The Sunday Times reported that the 73-year-old was given a total of 3 million euros, or $3.2 million, by Sheikh Hamad bin Jassim bin Jaber Al Thani, the former prime minister of Qatar. The outlet alleged that the money was handed over to the British prince during private meetings between 2011 and 2015 — on one occasion in a suitcase and another in shopping bags from London’s Fortnum & Mason department store.
The newspaper also reported that the money was deposited into the accounts of the Prince of Wales’ Charitable Fund, which gives grants to other non-profit groups that support the royal’s causes and interests. It did not allege that anything illegal was done.
Charles’ office, Clarence House, said in a statement that the donations “were passed immediately to one of the prince’s charities who carried out the appropriate governance and have assured us that all the correct processes were followed.”
PRINCE CHARLES TOLD BY UK LEADERS TO STOP MEDDLING IN POLITICS AMID IMMIGRATION COMMENT BACKLASH: REPORT
His charitable fund also told the outlet it had verified “that the donor was a legitimate and verified counterparty… and our auditors signed off on the donation after a specific enquiry during the audit. There was no failure of governance.”
Qatar’s government communications office did not immediately respond to The Associated Press’ request for comment. Hamad has not publicly commented.
As Qatar’s prime minister between 2007 and 2013, Hamad oversaw the oil-rich state’s sovereign wealth fund, which has major property investments around the world, including London’s Shard skyscraper, Heathrow Airport and Harrods department store.
Charles, who is Queen Elizabeth II’s eldest son, faces the possibility of an investigation by The Charity Commission, known as the governing body of charities in Britain.
ATO allies will decide at a summit this week to increase the strength of their rapid reaction force nearly eightfold to 300,000 troops as part of their response to an “era of strategic competition,” the military alliance’s secretary-general said Monday.
The NATO response force (NRF) currently numbers around 40,000 soldiers which can deploy quickly when needed.
Coupled with other measures including the deployment of forces to defend specific allies, NATO Secretary-General Jens Stoltenberg said the move is part of the “biggest overhaul of collective defense and deterrence since the Cold War.”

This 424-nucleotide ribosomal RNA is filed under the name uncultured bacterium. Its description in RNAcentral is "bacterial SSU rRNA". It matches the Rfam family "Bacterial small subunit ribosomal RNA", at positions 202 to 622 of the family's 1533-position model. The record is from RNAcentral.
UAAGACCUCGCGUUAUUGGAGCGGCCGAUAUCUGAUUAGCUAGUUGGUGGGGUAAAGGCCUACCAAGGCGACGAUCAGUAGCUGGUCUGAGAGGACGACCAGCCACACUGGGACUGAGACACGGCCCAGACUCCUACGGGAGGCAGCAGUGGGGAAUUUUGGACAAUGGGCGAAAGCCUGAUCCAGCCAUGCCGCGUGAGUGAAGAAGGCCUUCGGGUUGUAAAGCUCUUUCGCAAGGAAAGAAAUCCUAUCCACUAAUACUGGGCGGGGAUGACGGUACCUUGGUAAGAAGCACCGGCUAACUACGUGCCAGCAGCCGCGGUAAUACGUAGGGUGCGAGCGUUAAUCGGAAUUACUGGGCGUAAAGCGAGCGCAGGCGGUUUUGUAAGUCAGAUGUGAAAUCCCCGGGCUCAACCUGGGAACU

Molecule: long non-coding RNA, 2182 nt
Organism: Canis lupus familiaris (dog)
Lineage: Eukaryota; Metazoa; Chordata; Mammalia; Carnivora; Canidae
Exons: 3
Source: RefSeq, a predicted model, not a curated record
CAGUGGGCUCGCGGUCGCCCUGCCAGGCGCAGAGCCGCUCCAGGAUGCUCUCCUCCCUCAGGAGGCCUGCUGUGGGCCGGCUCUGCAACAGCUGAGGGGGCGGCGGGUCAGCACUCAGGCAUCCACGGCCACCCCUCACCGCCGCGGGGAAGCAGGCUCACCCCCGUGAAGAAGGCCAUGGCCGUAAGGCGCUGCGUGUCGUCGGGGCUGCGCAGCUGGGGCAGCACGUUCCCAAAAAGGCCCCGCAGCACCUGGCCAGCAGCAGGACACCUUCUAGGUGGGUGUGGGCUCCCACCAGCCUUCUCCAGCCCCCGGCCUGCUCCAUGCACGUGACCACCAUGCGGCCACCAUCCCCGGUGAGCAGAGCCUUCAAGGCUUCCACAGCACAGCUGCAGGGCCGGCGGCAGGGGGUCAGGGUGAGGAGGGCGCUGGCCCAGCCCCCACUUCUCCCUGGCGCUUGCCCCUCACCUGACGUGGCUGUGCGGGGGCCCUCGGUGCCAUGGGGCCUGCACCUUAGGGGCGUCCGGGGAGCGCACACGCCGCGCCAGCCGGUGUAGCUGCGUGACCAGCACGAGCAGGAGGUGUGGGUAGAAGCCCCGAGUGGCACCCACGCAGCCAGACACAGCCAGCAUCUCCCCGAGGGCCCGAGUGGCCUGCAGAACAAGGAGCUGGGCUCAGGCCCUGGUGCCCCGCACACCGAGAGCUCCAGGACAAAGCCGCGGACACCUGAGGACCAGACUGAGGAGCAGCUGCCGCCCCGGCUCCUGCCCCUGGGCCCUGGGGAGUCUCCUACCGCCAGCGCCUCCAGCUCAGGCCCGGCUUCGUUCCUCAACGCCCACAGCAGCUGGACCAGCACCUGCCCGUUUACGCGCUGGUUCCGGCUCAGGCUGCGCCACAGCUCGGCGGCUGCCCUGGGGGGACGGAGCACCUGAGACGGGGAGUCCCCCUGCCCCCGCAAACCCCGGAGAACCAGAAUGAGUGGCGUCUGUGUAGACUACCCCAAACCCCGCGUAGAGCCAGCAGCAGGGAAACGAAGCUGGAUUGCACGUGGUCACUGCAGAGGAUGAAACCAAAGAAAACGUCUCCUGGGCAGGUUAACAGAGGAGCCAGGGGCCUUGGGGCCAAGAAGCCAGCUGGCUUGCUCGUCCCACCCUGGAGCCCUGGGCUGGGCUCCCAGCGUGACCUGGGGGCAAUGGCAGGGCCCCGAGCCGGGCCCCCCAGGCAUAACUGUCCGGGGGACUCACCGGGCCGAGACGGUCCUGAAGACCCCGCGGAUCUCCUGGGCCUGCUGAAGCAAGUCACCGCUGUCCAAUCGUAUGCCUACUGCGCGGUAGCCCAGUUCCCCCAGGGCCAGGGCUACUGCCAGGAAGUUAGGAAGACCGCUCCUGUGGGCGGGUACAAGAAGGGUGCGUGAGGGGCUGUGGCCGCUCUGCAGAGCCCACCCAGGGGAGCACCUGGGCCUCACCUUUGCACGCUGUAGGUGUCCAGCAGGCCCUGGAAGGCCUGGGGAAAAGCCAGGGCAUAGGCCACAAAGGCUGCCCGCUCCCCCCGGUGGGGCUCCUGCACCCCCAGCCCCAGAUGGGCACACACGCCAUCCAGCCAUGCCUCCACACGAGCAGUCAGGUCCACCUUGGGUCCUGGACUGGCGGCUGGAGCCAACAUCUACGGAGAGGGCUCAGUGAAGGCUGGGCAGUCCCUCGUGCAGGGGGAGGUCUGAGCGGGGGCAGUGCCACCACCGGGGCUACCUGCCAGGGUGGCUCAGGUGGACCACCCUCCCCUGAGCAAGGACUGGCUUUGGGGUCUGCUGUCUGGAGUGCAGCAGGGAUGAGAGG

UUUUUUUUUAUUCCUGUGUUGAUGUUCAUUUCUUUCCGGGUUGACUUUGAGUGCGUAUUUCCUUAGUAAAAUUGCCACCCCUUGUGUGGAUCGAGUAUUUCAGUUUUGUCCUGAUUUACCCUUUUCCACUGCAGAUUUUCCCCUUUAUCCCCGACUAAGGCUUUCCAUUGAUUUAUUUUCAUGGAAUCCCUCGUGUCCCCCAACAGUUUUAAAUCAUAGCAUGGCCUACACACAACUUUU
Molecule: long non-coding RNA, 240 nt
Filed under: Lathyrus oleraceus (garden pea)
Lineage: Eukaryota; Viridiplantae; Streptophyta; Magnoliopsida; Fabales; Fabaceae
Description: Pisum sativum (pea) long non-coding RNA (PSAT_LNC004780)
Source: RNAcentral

Lasso, whose adversarial relationship with the national assembly has worsened during the protests, has also withdrawn security measures and announced subsidized fertilizers and debt forgiveness.
Indigenous groups led by organization Conaie said in a statement earlier on Monday that the price reduction to $2.45 a gallon for gasoline extra and $1.80 a gallon for diesel was not enough.
But in the afternoon the groups said they would attend a meeting with government officials set for 2pm local time (1900 GMT), even as backers marched in Quito in rejection of the new prices.
Lasso said on Twitter the measures he has announced, including the gas price cut, will cost about $600m.
People in the capital, Quito, awoke on Monday to some road blockades. Residents have complained of shortages of domestic gas and food. Other cities have also reported shortages of fuel and medical supplies for hospitals.
The public oil sector, private producers of flowers and dairy products, tourism and other businesses have lost about $500m, the government has said.
Conaie tallies five protester deaths, while the government says three civilians died during marches, two more were killed in accidents and two died in ambulances delayed by blockades.
Lawmakers are set to continue debate on Tuesday on an effort to remove Lasso from office, though it appears opposition groups do not have the necessary support for the measure to succeed.
“These troops will exercise together with home defense forces,” Stoltenberg said. “And they will become familiar with local terrain, facilities, and our new pre-positioned stocks. So that they can respond smoothly and swiftly to any emergency.”
In response to the Kremlin’s decision to start the war, U.S. President Joe Biden and his NATO counterparts agreed in February to send thousands of troops, backed by air and naval support, to protect allies near Russia and Ukraine. The 30-nation organization decided at the time to send parts of the NRF and elements of a quickly deployable spearhead unit to the alliance’s eastern flank, marking the first time the force had been used in a defense role
Stoltenberg said he expects allies to make clear they consider Russia “as the most significant and direct threat to our security.” At the summit, allies will also decide to strengthen their battlegroups on NATO’s eastern flanks, he said.
In NATO’s new strategic concept, the alliance is also set to address for the first time the security challenges posed by China, Stoltenberg said. In Madrid, allies will discuss how to respond to the growing influence of Russia and China in their “southern neighborhood,” he added.
Stoltenberg said allies will agree to deliver further military support to Ukraine when they convene in Spain, with NATO members set to adopt a “strengthened comprehensive assistance package,” including deliveries of secure communication and anti-drone systems.
Over the long term, Stoltenberg said allies aim to help Ukraine transition from Soviet-era armaments to modern NATO equipment. The world’s seven leading economic powers underscored Monday their commitment to Ukraine for “as long as it takes.”